Dear C&E Association Members,
Below is an extract from the Veterans Affairs Canada website providing a general description of the ill-fated Dieppe Raid. In recognition of the 75th anniversary of the Dieppe Raid VAC arranged for several WWII veterans and three Dieppe veterans to participate in the celebrations taking place 16-20 August in and around Dieppe. Your Association worked with VAC to facilitate the participation of our own Dieppe veteran HCol David Hart, his wife Miriam and his son Michael. As many will know then Sgt David Hart was awarded the Military Medal (MM) for his courageous actions at Dieppe. Sgt Hart was operating on the Brigade net providing communications from Brigade HQ to the frontline. Sgt Hart requested permission to leave his own Brigade net to pass on critical operational withdrawal timing changes to an adjacent Brigade who were out of contact. He promised his control station he would be back on net in 30 seconds. Sgt Hart found the correct frequency and passed on these critical orders to the Queens Own Cameron Highlanders and the South Saskatchewan Regiment allowing them to withdraw at the correct time. His actions were responsible for saving hundreds of lives.
Our entire C&E community is with HCol Hart and his family as he once again steps on the shores of Dieppe and relives the incredible actions of our soldiers, sailors and air force personnel who fought so courageously during this historic event in Canada’s military history.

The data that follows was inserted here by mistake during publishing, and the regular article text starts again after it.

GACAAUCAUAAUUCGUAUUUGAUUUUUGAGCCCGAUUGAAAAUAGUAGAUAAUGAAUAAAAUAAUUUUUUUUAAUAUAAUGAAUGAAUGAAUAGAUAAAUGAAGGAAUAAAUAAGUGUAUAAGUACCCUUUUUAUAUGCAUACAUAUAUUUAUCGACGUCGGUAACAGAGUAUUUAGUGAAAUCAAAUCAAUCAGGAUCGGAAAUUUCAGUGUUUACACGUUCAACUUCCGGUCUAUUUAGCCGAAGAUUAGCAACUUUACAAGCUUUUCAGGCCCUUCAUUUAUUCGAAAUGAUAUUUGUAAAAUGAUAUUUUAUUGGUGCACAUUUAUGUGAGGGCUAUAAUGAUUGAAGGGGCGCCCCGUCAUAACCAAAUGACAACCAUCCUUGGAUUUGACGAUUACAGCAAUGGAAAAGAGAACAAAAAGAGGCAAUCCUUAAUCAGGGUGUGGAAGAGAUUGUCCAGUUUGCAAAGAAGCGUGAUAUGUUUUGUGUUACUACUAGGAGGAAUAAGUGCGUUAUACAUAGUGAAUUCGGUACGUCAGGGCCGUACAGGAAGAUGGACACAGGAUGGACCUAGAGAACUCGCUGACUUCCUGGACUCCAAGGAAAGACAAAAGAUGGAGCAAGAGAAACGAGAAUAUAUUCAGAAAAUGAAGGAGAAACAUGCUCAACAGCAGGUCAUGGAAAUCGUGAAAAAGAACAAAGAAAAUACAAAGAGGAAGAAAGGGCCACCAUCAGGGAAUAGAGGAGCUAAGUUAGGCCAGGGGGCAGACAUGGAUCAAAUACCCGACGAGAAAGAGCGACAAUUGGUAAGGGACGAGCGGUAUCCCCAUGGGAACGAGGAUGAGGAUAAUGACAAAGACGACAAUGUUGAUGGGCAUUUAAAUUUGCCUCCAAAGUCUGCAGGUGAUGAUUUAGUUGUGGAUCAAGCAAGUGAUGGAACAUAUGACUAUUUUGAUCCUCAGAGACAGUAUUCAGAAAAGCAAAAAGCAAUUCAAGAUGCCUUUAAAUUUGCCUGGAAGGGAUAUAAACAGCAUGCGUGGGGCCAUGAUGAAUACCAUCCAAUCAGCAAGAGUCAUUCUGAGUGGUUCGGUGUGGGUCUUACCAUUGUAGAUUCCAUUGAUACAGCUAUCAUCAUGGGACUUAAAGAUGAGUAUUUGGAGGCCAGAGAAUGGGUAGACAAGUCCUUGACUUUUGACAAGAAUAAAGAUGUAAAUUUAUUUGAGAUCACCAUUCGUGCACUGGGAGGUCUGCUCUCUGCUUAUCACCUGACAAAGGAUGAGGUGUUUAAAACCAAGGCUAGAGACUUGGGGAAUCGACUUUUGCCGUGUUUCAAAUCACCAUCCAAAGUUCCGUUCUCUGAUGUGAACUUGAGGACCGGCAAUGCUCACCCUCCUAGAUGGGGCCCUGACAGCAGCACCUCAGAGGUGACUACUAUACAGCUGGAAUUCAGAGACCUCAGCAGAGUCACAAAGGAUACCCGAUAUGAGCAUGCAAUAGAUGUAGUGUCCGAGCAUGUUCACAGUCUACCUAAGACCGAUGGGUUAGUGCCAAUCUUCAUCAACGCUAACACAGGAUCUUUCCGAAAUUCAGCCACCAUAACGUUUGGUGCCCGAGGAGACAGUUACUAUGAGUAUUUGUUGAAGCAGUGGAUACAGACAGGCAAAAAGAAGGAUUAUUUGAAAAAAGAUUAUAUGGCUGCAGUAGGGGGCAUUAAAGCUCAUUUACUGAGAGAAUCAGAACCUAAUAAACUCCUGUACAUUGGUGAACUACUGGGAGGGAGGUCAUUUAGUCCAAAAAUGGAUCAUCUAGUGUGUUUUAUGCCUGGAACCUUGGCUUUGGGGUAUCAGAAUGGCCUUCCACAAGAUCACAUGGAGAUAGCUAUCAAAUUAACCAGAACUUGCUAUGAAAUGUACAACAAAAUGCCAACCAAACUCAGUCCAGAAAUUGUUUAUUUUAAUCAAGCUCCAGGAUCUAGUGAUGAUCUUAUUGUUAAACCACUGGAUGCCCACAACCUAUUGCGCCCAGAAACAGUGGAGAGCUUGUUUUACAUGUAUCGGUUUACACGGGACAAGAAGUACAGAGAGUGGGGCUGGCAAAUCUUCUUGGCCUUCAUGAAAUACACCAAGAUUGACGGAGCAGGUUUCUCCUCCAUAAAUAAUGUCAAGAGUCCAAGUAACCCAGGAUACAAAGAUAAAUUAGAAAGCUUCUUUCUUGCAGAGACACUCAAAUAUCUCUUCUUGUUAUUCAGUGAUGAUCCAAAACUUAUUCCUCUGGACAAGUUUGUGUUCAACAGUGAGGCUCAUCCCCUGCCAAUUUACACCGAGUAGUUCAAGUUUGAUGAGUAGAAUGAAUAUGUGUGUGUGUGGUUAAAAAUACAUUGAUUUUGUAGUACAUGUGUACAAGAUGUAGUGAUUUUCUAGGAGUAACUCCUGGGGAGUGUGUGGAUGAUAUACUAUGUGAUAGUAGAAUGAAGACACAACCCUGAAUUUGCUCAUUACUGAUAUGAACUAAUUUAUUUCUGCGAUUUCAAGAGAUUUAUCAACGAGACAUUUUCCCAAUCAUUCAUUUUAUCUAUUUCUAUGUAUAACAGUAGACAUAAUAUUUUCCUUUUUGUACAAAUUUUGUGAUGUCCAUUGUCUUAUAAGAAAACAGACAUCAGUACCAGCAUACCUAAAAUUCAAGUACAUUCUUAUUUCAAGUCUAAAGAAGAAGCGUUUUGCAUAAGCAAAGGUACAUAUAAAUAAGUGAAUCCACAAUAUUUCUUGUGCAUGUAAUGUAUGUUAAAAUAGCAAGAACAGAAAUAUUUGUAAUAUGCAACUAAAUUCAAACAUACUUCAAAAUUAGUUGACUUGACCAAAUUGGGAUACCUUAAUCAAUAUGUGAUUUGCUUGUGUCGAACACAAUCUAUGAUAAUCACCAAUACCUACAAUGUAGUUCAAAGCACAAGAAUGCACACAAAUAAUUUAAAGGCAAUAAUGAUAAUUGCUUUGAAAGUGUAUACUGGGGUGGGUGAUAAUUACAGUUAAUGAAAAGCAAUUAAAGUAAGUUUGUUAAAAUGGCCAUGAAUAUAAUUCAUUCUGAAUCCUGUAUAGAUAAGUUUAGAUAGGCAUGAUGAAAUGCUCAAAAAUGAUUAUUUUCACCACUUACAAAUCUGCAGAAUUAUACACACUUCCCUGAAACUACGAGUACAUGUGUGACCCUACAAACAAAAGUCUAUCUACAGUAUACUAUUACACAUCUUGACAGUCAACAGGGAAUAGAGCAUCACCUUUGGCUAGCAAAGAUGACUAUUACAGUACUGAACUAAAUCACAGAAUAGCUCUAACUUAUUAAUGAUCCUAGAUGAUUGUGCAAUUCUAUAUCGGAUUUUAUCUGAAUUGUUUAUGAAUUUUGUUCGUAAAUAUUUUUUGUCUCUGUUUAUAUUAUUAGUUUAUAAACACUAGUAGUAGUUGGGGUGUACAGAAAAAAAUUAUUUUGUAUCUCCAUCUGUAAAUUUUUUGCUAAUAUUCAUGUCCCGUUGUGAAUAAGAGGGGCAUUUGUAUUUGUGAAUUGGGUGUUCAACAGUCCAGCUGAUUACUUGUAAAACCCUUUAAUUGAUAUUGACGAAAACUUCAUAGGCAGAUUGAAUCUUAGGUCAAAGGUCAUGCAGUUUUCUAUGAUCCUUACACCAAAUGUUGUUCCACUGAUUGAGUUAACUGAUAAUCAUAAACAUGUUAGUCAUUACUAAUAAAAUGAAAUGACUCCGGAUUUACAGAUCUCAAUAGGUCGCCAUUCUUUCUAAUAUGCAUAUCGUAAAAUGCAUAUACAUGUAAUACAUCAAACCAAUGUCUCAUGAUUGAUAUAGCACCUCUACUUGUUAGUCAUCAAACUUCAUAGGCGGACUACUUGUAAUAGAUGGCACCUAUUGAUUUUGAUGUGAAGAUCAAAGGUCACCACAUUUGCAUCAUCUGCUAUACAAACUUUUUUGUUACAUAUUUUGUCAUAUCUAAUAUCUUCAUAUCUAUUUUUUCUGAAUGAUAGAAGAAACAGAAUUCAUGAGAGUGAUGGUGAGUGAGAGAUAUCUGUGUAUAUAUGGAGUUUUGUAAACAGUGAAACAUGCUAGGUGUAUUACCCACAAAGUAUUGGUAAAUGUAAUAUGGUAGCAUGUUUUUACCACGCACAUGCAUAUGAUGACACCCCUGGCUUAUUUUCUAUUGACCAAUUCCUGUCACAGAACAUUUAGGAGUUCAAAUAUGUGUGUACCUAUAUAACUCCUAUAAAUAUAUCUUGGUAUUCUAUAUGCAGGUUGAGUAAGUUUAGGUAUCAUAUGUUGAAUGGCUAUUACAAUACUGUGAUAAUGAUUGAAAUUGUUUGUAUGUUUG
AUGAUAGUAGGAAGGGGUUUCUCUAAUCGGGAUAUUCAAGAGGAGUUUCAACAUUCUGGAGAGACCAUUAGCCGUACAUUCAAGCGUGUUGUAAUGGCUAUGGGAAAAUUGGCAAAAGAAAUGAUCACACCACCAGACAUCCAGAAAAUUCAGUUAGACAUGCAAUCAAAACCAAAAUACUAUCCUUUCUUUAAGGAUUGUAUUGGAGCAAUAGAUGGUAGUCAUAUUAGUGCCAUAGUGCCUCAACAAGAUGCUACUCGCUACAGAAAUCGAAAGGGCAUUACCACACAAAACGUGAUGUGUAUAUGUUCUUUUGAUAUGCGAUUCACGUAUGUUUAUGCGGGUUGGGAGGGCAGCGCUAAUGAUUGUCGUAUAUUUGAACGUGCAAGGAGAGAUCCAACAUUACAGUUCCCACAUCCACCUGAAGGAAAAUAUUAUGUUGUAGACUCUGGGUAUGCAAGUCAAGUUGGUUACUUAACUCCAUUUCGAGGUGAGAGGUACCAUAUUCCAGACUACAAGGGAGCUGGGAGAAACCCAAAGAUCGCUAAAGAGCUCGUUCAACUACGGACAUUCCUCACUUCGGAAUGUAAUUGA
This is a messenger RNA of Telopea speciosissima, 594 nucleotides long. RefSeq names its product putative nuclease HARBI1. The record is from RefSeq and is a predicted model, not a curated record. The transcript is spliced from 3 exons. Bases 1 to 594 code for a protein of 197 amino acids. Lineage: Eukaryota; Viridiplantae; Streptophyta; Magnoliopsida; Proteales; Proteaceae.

Thank you HCol Hart for your service to our C&E military family and to our country. You make us very proud.
The Raid on Dieppe, France, on August 19, 1942, was a pivotal moment in the Second World War. With virtually all of continental Europe under German occupation, the Allied forces faced a well-entrenched enemy. Some method had to be found to create a foothold on the continent, and the Raid on Dieppe offered invaluable lessons for the successful D-Day invasion in 1944, saving countless lives in that momentous offensive.
Canadians made up the great majority of the attackers in the raid. Nearly 5,000 of the 6,100 troops were Canadians. The remaining troops consisted of approximately 1,000 British Commandos and 50 American Rangers. The raid was supported by eight Allied destroyers and 74 Allied air squadrons, eight belonging to the Royal Canadian Air Force (RCAF). Major-General J.H. Roberts, Commander of the 2nd Canadian Division, was Military Force Commander, with Captain J. Hughes-Hallett, Royal Navy (RN) as Naval Force Commander and Air Vice-Marshal T.L. Leigh-Mallory as Air Force Commander.
Although extremely valuable lessons were learned in the Raid on Dieppe, a steep price was paid. Of the 4,963 Canadians who embarked for the operation, only 2,210 returned to England, and many of these were wounded. There were 3,367 casualties, including 1,946 prisoners of war; 916 Canadians lost their lives.